But Janice admits she had a hidden agenda behind her challenge. As a history buff, with a passion for historical reenactments, she naturally got Keith involved, too.
“We’ve traveled all over,” she explains. “These days we do a lot in St. Augustine or Cedar Key but also around here. One year, the Bunco Babes had a theme of “Shipwreck Cancer,” and they wanted a bunch of pirates. That was fun!”
And although Keith was on board, she felt like he might have been just going along for her sake.
“I thought, ‘How can I make this more interesting for him?’” she recalls.
“My wife nudged me into knife making,” Keith interjects. “Then a reenactor friend heard about that first blade and asked if I could make him one and then came another friend. It took on a life of its own. A lot of the reenactments are set around the 17th century right up to the 19th century, so I research the type of weaponry they would have carried back then. I study the geometry, the angles, the weight, how it was made, the whole package. That’s what drives me, the journey to create a blade as close to the original weapon as possible.”
He soon began taking orders through his Facebook group page BD Blades by BD McGee (a play on his nickname Big Dog), and then Janice nudged him again—this time into a much more public arena.
“We’ve watched every episode of Forged in Fire,” Keith admits. “She kept poking me, ‘Come on, you gotta do this.’ I was like, ‘I don’t know. These guys are really good.’ She said, ‘Just do it!’ So I finally agreed. I emailed the producer, and she emailed me back an hour later. After exchanging 40 or 50 emails, Skyping and signing all kinds of waivers, they decided to have me on the show. It was an awesome experience.”
But Keith says that he never really looked at it as strictly a competition.
“I find that in competition you lose the artistic part of it. It’s more hurry up and get it done. When I was with the other three smiths, I didn’t feel any pressure. For me, it was more like a hammer-in,” he explains. “That is where a bunch of smiths come together to make stuff, throw jokes back and forth, exchange ideas and techniques. It’s such a small society that when you come into contact with another smith, you have this rapport. I had an instant bond with all three.”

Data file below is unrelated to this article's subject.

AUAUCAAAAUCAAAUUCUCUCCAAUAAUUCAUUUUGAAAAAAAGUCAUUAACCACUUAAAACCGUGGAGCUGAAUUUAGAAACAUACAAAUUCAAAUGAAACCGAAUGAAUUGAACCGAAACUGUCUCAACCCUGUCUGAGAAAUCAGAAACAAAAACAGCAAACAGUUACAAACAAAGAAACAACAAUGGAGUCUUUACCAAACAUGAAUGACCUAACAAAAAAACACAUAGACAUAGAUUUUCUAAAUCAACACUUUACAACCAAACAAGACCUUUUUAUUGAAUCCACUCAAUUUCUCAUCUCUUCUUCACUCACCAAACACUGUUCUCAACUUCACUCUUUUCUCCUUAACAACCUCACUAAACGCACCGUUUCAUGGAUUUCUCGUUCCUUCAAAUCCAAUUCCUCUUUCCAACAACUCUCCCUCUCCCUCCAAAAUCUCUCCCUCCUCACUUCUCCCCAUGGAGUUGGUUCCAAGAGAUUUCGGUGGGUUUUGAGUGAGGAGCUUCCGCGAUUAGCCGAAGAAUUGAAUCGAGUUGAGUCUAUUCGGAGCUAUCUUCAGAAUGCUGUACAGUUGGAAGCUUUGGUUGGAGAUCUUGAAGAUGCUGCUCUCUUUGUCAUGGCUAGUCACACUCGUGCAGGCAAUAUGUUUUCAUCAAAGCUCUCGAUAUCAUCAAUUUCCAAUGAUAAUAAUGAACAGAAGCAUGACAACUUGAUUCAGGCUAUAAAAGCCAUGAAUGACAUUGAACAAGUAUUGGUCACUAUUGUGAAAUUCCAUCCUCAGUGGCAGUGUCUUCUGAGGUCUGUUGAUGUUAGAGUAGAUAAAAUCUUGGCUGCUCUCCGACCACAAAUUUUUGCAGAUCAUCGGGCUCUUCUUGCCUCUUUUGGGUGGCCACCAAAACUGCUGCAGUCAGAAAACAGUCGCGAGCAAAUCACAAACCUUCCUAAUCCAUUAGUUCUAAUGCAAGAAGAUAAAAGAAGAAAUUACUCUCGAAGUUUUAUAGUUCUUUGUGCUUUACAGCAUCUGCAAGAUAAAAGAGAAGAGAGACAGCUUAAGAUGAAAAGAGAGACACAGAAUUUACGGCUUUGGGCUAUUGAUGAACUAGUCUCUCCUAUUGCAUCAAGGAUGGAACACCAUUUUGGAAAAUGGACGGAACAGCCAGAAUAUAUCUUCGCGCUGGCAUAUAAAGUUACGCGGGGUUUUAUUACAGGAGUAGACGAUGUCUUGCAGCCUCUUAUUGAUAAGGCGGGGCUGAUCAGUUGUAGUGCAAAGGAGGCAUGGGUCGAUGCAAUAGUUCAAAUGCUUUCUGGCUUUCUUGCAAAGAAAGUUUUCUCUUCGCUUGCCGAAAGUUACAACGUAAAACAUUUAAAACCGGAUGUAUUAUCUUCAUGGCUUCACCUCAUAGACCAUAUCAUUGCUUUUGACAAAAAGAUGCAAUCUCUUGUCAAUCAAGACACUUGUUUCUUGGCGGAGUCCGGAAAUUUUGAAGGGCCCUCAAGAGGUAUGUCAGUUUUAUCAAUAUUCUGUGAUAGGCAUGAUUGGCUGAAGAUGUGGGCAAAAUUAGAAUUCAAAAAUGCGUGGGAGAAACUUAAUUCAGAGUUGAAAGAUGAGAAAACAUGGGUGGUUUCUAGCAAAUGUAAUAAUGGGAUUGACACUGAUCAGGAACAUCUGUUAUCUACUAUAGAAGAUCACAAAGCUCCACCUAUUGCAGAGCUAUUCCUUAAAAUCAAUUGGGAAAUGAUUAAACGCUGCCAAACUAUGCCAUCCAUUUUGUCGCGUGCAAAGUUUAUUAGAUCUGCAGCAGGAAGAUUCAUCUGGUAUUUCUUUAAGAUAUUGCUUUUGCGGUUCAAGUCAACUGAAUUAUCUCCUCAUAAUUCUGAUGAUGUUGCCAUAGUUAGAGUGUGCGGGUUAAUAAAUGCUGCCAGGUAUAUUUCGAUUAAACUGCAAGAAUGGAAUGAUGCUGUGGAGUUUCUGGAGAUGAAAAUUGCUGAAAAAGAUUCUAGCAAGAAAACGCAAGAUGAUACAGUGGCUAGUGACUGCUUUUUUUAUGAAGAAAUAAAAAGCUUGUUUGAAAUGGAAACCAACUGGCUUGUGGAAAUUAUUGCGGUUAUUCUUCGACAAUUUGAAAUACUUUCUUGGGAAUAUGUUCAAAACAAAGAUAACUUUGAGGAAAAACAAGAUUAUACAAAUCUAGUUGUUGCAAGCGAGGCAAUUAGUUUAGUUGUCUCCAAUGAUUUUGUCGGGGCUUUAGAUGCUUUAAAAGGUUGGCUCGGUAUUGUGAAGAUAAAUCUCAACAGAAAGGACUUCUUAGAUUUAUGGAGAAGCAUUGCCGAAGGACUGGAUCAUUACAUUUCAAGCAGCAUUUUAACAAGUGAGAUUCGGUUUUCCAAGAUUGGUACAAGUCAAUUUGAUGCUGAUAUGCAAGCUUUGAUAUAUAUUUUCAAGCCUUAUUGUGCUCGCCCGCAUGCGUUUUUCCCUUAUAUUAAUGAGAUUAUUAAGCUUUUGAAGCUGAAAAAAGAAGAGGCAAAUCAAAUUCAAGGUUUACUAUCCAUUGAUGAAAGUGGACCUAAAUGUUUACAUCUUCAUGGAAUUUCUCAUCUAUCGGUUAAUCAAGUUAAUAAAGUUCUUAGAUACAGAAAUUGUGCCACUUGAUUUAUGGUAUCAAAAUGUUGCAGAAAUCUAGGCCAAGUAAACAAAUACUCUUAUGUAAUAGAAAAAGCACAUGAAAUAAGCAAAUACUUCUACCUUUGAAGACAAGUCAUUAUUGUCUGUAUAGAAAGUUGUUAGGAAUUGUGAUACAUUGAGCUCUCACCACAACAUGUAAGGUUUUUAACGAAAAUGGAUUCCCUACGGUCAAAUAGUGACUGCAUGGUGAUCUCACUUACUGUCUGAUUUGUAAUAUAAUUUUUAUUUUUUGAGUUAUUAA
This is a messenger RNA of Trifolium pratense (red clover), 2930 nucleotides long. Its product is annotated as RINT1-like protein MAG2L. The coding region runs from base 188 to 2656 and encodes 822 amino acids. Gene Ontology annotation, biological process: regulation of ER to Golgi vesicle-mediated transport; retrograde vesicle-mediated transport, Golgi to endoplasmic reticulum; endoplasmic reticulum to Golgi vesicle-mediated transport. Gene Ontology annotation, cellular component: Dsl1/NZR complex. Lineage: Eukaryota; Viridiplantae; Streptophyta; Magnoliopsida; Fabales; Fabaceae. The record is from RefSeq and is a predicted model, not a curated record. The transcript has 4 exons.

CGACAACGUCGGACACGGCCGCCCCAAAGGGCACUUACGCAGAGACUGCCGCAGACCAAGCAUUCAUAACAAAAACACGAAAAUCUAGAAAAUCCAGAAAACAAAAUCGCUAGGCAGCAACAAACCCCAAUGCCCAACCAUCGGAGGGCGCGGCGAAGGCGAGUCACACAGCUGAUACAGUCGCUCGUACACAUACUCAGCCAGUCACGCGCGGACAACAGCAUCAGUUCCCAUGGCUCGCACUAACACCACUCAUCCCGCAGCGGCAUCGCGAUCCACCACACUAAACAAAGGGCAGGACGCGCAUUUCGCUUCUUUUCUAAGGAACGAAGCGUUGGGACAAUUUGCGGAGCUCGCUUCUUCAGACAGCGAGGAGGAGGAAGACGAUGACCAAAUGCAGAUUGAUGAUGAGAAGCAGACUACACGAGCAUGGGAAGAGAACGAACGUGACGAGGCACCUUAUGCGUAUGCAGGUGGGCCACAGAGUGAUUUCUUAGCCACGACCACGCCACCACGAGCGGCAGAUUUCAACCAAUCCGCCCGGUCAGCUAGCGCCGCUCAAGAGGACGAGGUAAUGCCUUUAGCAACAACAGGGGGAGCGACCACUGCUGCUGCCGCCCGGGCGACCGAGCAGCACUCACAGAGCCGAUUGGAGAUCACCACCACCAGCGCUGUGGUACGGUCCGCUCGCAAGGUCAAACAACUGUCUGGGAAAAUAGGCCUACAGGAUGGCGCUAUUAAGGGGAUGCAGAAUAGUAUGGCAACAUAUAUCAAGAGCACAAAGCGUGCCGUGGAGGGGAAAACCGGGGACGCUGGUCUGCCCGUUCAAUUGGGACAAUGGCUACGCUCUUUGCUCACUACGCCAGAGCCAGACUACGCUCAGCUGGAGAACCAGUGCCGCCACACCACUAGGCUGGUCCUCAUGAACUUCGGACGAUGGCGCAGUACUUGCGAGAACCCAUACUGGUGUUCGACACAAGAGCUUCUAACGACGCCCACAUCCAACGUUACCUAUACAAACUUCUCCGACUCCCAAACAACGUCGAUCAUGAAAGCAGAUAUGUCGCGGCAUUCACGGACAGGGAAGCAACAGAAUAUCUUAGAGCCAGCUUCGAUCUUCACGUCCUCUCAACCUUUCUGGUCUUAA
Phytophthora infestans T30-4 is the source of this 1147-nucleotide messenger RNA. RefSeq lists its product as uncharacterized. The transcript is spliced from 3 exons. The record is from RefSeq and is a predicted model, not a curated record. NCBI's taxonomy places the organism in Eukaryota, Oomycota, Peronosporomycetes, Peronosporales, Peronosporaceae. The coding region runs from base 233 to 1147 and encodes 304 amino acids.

That didn’t mean that he wasn’t out to win.
“I wanted to win from the moment I walked in,” he admits. “Anything that I do, I go at it 110 percent. I race mountain bikes, too. Racing forces you to pace yourself. Mentally, you’re going into it to thinking, ‘I’m not going to go 200 miles for the first hour, so I have nothing left at the end.’”
And although he has created many different types of blades since, including some specialized ones for a sword-swallower, he says the Xiphos Sword he created for the show was the most memorable.
“The reward of bladesmithing is being able to stand back and look at something you’ve created. You start out with a big block of steel and somewhere within it is a blade. It’s up to you to give that blade a soul, a life and a direction. Part of me goes into every single blade I make, whether it be my sweat, blood or emotion. After beating, forging and shaping that blade, I took the grinder and cut off the ingot…or as I call it, the umbilical cord. I thought, “I just birthed a baby,” he continues with a satisfied laugh. “Something I also took away from 9/11 was to laugh,” he confides, his thoughts stretching out to connect the past and the present. “You have to wrap yourself up in life as much as you can.”